I also kind of love Mike, a new Tazmilian, who is just standing around and handing out cookies. He is also wearing an amazing multi-colored hat and a green jacket, and I’m not sure someone has ever walked into a forest fire more fashionably. And let’s face it: going into a burning forest is scary, and if you had to do it in real life, it’d probably be pretty comforting to know there’s someone nearby, and well-dressed, to give you a cookie.
Actually, Mike will give you a total of three cookies if you keep talking to him!
I’ve always wondered how Mike managed to get past Ed when other, more able-bodied Tazmilians were trying to push past him, but honestly, Mike is a bit of a kooky old coot, as we will see more of later on, so I’ll leave him here for now. I guess it’s a good time to start looking for Lighter and Fuel. It’d be a shame if anything got in my way–
Swooping down from a tree, the first real enemy of the game attacks, with a great battle theme to go along with it. I’m sure everyone has noticed this already, but you’ve got to love how the first few seconds sound like the old Batman theme song.
Mr. Batty is a simple combat encounter: you press A until you win.
The best part of this encounter, and all of the early encounters that he’s present for, is that Thomas will do things like run around and get nervous.
I also recently watched a pretty amazing video, which details how the developers made the psychdelic backgrounds in EarthBound. I don’t know if, and I don’t think, the process was the same for Mother 3, but if you’re a fan of the backgrounds like I am, give that video a watch.
I know I’ve said this in a different post, but the psychedelic backgrounds are one of my favorite things about EarthBound and Mother 3 (Mother’s backgrounds are just black). I have nothing against how this fight would be portrayed in other RPGs, which would probably include a few different Sunshine Forest backgrounds. Maybe they’d even show Flint and the bat fighting under this tree.
But I like the psychedelic backgrounds because, in any RPG, eventually those repeated backgrounds become invisible, and if something is going to become routine to look at over and over, it’s nice for it to be a moving, grooving, colorful backdrop. For a long time, battles in the Pokemon series took place on a white backdrop, with only the sprites of the Pokemon themselves represented, and Pokemon out-sold about every other RPG in the world a few times over, so I don’t think RPGs need one-to-one presentation between battle and setting to be successful.
I’m sure I’ll revisit this idea as we go, but I wanted to point out for now that, yes, I’m a big fan of the backgrounds.
As for fighting itself, the Mother 3 combat interface is simple. The player can select Bash, a basic physical attack that can be combo’d up to 16 times for additional damage; Goods, to use an item; a character’s special abilities, which in Flint’s case is a set of moves categorized under Brute Force; Guard, which reduces damage taken; or Run, which attempts to flee the encounter. To combo with the Bash option, the player needs to press A along with a song specific “heart beat,” which can be simply felt by the player, or revealed by putting an enemy to sleep. As for the other non-ability combat options, I think Mother 3, especially later on, does a good job of making mid-battle item management an important task, so knowing who your fastest party member is (it’ll be Boney) is important for getting the right items out at the right time.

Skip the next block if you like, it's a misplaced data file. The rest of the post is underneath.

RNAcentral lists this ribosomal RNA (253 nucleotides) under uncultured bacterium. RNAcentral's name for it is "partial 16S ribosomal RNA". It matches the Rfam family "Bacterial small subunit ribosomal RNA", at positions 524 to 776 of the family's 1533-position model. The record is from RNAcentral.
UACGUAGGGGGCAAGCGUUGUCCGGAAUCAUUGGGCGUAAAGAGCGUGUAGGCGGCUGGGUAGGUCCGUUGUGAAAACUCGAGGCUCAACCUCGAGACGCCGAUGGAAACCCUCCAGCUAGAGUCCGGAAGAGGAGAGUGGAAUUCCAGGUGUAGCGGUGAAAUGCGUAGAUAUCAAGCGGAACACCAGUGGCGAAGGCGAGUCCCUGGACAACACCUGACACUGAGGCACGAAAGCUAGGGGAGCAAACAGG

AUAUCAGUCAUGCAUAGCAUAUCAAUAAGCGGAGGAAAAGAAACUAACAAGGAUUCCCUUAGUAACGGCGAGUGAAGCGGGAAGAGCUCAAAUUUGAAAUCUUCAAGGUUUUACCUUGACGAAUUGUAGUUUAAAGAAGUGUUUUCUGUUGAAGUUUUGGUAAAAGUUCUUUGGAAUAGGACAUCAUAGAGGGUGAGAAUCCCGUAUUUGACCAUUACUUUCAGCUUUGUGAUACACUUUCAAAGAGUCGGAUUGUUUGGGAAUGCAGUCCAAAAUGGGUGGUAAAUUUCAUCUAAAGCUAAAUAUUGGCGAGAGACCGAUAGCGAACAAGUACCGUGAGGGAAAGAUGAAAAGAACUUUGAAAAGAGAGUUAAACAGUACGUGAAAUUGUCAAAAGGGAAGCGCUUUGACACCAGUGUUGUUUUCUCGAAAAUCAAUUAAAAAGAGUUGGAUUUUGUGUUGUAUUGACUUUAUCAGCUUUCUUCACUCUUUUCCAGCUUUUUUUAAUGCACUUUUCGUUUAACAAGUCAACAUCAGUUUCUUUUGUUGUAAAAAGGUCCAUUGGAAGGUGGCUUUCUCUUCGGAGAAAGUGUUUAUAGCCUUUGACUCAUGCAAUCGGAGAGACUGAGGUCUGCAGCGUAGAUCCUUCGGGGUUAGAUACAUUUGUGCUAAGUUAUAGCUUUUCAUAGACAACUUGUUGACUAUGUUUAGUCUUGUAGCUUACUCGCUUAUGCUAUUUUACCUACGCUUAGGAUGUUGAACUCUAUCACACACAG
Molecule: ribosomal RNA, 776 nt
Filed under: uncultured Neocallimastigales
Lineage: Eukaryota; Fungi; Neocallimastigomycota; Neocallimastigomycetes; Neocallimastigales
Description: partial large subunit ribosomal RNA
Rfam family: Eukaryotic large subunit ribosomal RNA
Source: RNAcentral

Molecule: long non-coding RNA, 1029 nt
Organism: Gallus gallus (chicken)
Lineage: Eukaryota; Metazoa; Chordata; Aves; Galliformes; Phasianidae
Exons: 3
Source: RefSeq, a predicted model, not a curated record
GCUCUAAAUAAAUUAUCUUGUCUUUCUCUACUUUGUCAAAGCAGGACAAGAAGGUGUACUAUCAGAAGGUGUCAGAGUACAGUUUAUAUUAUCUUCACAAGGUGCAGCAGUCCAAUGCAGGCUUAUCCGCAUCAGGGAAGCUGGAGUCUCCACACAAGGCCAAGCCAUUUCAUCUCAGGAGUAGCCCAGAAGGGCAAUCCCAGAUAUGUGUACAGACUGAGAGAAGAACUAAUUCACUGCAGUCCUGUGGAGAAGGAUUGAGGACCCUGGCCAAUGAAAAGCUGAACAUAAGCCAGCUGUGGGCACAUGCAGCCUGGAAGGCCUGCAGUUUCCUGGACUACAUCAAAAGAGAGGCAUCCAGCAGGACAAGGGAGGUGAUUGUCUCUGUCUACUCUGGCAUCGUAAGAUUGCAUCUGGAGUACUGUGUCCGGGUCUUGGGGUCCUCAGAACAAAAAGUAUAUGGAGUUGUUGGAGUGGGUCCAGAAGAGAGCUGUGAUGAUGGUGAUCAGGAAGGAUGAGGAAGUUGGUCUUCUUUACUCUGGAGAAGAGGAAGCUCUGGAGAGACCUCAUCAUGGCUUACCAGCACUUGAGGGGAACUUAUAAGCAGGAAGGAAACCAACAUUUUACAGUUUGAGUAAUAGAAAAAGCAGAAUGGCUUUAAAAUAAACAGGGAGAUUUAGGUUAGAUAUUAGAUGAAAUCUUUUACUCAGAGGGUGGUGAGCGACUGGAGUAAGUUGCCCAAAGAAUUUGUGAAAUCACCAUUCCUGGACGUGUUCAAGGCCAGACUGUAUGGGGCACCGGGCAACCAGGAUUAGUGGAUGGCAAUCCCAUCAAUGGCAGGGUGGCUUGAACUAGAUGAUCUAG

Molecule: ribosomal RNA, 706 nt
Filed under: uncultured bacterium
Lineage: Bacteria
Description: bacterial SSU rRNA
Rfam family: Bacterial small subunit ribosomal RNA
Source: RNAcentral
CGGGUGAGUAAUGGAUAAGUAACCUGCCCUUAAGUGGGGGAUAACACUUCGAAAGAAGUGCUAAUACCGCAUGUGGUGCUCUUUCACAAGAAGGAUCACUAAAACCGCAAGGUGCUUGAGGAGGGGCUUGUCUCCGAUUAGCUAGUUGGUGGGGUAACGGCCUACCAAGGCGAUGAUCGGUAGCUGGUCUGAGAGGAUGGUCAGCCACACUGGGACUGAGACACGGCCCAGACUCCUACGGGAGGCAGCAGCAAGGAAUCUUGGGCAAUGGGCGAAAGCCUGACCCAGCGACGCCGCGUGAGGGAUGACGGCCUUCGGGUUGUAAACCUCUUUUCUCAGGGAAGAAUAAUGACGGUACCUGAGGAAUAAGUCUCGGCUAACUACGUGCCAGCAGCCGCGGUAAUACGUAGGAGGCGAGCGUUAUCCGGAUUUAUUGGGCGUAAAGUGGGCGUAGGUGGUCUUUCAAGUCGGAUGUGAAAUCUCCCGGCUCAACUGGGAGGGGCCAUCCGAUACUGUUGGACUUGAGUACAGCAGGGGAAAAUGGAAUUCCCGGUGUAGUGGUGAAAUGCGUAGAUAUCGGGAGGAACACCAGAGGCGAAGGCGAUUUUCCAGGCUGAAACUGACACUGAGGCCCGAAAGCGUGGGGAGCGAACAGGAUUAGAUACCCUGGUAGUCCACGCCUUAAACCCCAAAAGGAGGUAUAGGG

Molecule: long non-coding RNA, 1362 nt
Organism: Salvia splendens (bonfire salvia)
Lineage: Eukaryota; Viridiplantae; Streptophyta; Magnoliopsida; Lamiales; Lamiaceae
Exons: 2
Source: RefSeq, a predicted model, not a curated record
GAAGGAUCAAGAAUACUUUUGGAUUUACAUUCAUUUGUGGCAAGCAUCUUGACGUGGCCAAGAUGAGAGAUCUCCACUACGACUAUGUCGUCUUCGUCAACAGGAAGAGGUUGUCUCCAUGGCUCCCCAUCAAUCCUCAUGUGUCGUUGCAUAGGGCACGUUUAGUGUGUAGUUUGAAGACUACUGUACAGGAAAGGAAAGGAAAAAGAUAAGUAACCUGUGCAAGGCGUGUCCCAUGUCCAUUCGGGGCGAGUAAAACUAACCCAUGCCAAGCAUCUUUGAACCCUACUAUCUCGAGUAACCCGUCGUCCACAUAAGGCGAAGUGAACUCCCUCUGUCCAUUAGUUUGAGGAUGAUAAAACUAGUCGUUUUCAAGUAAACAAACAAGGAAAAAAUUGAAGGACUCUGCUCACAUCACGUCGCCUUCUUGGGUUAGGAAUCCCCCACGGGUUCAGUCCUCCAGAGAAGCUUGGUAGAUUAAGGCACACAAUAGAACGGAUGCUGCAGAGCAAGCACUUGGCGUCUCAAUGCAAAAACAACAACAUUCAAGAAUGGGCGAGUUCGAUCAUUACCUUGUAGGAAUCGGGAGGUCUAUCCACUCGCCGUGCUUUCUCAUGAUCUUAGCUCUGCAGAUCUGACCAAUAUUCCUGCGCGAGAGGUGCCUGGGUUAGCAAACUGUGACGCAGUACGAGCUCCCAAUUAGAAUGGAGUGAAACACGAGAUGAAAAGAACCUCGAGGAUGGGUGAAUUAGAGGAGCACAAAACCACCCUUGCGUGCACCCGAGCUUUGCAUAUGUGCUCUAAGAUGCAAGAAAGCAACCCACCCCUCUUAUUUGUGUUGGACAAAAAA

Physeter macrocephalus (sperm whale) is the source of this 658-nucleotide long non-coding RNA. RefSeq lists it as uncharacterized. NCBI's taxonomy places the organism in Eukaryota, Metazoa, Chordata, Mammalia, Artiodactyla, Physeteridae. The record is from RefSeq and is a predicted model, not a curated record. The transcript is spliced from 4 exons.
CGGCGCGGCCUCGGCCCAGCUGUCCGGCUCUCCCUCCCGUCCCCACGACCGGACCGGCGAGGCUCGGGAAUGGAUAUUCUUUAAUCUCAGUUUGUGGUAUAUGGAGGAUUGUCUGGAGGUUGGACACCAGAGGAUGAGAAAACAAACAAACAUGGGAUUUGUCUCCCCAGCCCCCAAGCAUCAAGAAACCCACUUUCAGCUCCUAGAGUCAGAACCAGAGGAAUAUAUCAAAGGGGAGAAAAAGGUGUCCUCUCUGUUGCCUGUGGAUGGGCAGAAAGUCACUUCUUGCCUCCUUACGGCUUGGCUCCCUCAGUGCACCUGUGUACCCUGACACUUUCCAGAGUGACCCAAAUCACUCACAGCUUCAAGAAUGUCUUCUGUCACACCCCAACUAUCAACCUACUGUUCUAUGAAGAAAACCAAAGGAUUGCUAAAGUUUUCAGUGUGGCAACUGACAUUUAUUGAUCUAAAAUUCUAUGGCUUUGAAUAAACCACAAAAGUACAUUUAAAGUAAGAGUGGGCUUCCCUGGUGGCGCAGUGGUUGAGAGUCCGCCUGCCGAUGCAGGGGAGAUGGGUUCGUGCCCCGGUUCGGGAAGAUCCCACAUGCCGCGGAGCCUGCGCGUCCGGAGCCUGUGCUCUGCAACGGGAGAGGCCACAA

Though I’m not really here to just discuss combat mechanics–I’m here to discuss characters! For Flint, his Brute Force ability contains four possible actions: Swing, which can hit multiple at once but cannot be combo attacked; Power Smash, which sacrifices accuracy for, you guessed it, power; Power Up, which raises Flint’s offense; and Toughen Up, which raises Flint’s defense.
Simply put, as a combat unit, Flint is incredibly complex and not suitable for beginners.
Just kidding. Flint hits things. He can hit things harder if he uses an ability, and even harder if he uses a different ability. Because Flint can hit multiple enemies at once, and also is packing a Hail Mary move with his Power Swing, I’ve come to see Flint’s combat as mostly a means to an end. In Chapter 1, you want to hit things and get back to the story as soon as possible. Which isn’t me saying there is no strategy in these early fights–you can, and will, lose if you aren’t careful. However, I don’t think it’s by mistake that, when you eventually fight the first boss of the game, a few other party members join you, then leave when the fight is over. Like I said, Flint needs to hit things and get back to the story.
Which also isn’t me trying to speak badly of any of this. Most RPGs have simple combat in the opening hours of gameplay, so that players can familiarize themselves with what enemies, and what their own characters, are capable of in simple terms. For Mother 3 it works exceptionally well because we have an incentive to prioritize the story right now. Mashing and bashing your way through straightforward encounters is exactly what it should feel like. We did say we were in a hurry, didn’t we?
I’ll also go a step farther and say that Flint is a cool character to play as in Chapter 1 because of his limitations as a party member. He works as a good comparison for the power of the Pig Mask Army, as well as the abilities of some of your future party members, like Duster or Kumatora, who really shine in their special abilities (Spy Tools and PSI, respectively). Flint may be strong, but his strength only gets him so far in the rapidly changing landscape of Mother 3.
Look, Tazmily is a simple town. Flint, a bit of a stereotypical image of an action hero, is the simple town’s simple savior. Tazmily is changing, losing its innocence, and a traditional hero, then, like Flint, is not enough to save the day this time around. Whatever is attacking is much more powerful, much more sinister, than a strong man and a stick.
But now I’m definitely getting ahead of myself. I won’t say much more here, because I’m saving my character commentary on Flint for later. For now, I’ll bring everything back around and say: Flint hits stuff and he’s good at it.
Unfortunately for me, a Mother 3 prize fighter in training, that’s all the fighting I get to do for this frog. After that fight, I finally find the source of the knocking, which, as I pointed out earlier, is Matt knocking on Isaac’s door. I also check a nearby sign that tells me to beware of poisonous snakes, but it also adds:
Foreshadowing for next time? Stick around to find out!
(Or, if you’ve already played the game, bear with me–I need to drum up suspense, you know)
Actually, here’s some suspense for you: the next frog is near a locked cabin, and an unopened gift box: what could be inside? Who is Isaac, and where is he? Who is Matt, and how does he get his afro to look so good? Will Thomas save the day? Will the frogs revolt and fight along side us?
Speaking of the frogs, has anyone ever heard this song?
Listen to that, get back to me, then we will talk about the frogs.
Take care of yourself ❤